Oh, and guitar and amp brands are a really big part of listening with your eyes. "It's Marshall so it's the best" - this is why Marshall MG sells so well. Or "it's Gibson so it's good", and that's part of the reason why Gibsons are so expensive. And it's the same with "vintage correct" guitars - people don't buy better designs because they aren't "vintage correct".
Quote by AlanHB
Just remember that there are no boring scales, just boring players.

Gear

Bach Stradivarius 37G
Charvel So Cal
Fender Dimension Bass
Hartke HyDrive 210c
Ibanez BL70
Laney VC30
Tokai TB48
Yamaha FG720S-12
Yamaha P115
Last edited by MaggaraMarine at Apr 26, 2015,
#31
But we all know it's just more COSM crap aint it?
Gilchrist custom
Yamaha SBG500
Telecasters
Randall RM100 & RM20
Marshall JTM45 clone
Marshall JCM900 4102 (modded)
Marshall 18W clone
Fender 5F1 Champ clone
Atomic Amplifire
Marshall 1960A
Boss GT-100


Cathbard Amplification
My band
#32
I know what you mean about COSM it isn't that exciting but believe me this isn't that. It's a really great sounding amp just plugged direct in but takes effects really well. For me it's a great amp especially if weight is a problem for you and for me it is.
#33
The Roland Blues Cube is not a modeling amp, you're confusing it with the regular cube series. I have a Blues Cube from the '90s and it kicks ass, it's the 3 10" speaker version with 60 watts although it seems like more. They are bringing these great amps back with even better sound and features due to newer technology. The only problem I ever had with my old BC is it is really heavy, probably 65-70 lbs, the new ones are more like 30 lbs, ahhh.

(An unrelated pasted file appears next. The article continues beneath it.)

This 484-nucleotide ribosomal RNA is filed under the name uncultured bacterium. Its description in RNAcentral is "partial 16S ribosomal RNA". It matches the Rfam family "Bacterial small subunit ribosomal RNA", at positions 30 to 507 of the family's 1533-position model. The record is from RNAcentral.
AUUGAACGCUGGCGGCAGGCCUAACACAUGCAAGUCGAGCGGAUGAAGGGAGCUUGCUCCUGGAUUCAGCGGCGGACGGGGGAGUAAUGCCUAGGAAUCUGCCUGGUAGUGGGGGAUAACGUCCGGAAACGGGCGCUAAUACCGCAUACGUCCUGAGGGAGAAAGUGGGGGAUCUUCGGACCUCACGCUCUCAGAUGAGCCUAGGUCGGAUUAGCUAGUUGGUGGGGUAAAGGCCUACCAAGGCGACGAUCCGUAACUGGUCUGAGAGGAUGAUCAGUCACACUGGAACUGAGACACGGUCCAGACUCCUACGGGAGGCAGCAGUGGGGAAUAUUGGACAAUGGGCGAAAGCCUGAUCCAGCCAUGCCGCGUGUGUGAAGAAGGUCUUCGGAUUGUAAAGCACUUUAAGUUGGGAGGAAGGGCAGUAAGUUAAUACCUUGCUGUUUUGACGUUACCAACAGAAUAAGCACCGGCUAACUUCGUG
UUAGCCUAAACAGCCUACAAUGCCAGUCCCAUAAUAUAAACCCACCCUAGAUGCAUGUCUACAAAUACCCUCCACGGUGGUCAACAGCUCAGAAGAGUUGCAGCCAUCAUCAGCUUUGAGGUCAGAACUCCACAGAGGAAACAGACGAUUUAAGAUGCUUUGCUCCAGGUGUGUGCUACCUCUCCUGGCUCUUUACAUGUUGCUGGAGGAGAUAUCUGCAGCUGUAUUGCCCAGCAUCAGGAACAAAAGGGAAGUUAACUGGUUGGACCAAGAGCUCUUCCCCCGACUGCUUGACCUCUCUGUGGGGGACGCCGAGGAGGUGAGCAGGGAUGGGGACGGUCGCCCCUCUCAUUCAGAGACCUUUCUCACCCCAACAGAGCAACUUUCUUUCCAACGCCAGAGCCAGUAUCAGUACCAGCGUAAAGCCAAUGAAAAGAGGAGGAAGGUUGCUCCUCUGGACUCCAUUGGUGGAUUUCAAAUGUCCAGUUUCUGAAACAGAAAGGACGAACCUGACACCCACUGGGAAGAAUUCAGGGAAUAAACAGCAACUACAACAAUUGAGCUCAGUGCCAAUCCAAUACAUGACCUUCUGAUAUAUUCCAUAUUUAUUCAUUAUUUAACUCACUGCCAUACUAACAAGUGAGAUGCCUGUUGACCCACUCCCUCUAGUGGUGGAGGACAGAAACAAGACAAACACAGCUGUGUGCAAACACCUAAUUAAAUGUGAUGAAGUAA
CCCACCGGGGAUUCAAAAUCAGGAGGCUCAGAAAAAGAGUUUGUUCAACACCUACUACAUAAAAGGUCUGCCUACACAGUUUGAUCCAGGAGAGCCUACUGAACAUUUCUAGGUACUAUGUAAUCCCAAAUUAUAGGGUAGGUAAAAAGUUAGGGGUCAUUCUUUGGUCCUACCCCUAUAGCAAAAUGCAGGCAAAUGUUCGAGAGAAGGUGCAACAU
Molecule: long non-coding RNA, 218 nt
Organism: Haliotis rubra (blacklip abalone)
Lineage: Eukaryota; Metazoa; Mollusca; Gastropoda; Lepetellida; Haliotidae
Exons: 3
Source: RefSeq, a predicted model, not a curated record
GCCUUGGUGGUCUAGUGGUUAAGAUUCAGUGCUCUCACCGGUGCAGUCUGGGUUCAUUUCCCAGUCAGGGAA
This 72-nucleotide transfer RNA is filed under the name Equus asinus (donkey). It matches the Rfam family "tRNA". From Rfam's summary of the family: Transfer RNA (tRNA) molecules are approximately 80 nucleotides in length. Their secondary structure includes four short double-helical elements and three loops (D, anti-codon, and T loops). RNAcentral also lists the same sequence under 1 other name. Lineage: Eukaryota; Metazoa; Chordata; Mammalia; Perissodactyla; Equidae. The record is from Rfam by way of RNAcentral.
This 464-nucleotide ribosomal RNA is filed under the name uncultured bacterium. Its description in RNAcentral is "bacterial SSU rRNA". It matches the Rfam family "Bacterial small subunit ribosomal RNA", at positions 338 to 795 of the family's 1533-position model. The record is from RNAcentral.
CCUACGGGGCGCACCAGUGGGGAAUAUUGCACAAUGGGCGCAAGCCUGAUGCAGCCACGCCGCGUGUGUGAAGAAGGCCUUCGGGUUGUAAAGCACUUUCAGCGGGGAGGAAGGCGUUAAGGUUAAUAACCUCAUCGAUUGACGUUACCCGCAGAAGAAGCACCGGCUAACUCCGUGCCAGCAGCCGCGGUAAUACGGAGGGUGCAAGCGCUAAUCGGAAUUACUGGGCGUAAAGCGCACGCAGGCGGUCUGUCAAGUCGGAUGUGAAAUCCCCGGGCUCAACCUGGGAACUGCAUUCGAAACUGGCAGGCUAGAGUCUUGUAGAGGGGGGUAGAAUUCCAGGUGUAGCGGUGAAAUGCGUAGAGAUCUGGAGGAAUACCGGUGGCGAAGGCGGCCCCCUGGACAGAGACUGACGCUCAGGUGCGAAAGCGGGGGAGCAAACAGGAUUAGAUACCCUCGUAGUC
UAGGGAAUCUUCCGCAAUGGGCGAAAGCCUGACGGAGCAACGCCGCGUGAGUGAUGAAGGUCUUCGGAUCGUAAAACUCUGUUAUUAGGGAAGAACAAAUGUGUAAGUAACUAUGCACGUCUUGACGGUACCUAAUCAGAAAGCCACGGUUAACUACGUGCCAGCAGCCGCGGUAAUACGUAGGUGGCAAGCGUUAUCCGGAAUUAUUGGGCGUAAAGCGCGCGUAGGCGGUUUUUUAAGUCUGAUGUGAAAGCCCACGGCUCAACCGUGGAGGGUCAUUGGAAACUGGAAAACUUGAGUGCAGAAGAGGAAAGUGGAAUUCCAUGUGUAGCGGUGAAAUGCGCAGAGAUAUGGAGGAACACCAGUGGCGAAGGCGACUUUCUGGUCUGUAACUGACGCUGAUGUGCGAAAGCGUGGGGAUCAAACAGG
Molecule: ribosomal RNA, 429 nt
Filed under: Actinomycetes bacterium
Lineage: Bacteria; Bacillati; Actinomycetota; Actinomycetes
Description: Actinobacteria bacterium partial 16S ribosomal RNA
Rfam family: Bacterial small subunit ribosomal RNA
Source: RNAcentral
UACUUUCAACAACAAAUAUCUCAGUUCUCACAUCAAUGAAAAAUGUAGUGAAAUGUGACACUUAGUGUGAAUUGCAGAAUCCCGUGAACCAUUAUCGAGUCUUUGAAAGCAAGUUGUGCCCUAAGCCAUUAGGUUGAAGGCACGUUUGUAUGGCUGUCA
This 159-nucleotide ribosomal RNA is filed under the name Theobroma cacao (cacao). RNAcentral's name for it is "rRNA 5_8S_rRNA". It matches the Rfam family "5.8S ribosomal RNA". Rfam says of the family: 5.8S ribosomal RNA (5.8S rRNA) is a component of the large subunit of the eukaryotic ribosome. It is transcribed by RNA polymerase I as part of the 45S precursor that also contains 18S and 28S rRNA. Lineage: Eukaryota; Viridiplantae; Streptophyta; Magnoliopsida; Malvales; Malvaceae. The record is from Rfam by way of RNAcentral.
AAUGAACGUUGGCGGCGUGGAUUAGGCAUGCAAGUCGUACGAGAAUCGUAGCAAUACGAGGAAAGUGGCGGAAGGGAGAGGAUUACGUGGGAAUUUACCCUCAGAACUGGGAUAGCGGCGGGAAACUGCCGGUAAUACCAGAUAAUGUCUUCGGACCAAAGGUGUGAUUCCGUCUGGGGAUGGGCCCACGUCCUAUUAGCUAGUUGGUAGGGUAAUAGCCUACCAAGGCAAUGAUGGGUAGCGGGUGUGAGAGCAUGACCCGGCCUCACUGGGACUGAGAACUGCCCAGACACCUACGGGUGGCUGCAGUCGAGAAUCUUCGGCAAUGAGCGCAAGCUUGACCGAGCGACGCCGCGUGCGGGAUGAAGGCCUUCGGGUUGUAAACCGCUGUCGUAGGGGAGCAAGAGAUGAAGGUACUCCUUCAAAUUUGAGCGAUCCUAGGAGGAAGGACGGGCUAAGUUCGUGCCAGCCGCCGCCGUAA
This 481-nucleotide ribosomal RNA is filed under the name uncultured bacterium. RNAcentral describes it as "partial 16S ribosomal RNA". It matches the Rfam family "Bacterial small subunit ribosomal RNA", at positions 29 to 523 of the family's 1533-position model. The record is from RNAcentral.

I have many tube amps and I have used them for a long time, the problem is maintenance. All my amps have been re-tubed, some multiple times. At about a hundred bucks a pop that adds up. Many have had other issues that require spending time and money to get them sounding good again. Sometimes tube amps can just be too undependable. I can't count the number of times I've had a tube amp burn out, blow a fuse, blow a tube or a tube socket, during a gig.
The reason I keep my old BC, and why I'll be buying a new one as well, is they require no maintenance. Ever. That alone is worth the money, but they also sound great. Everyone commenting on this forum should listen to one on youtube or wherever. It's a great solid state amp that emulates the sound characteristics of a tube amp without the hassles and extra cost associated with the often unreliable and delicate tube amplifier.
#34
Quote by StratOvation
The Roland Blues Cube is not a modeling amp, you're confusing it with the regular cube series. I have a Blues Cube from the '90s and it kicks ass, it's the 3 10" speaker version with 60 watts although it seems like more. They are bringing these great amps back with even better sound and features due to newer technology. The only problem I ever had with my old BC is it is really heavy, probably 65-70 lbs, the new ones are more like 30 lbs, ahhh.
I have many tube amps and I have used them for a long time, the problem is maintenance. All my amps have been re-tubed, some multiple times. At about a hundred bucks a pop that adds up. Many have had other issues that require spending time and money to get them sounding good again. Sometimes tube amps can just be too undependable. I can't count the number of times I've had a tube amp burn out, blow a fuse, blow a tube or a tube socket, during a gig.
The reason I keep my old BC, and why I'll be buying a new one as well, is they require no maintenance. Ever. That alone is worth the money, but they also sound great. Everyone commenting on this forum should listen to one on youtube or wherever. It's a great solid state amp that emulates the sound characteristics of a tube amp without the hassles and extra cost associated with the often unreliable and delicate tube amplifier.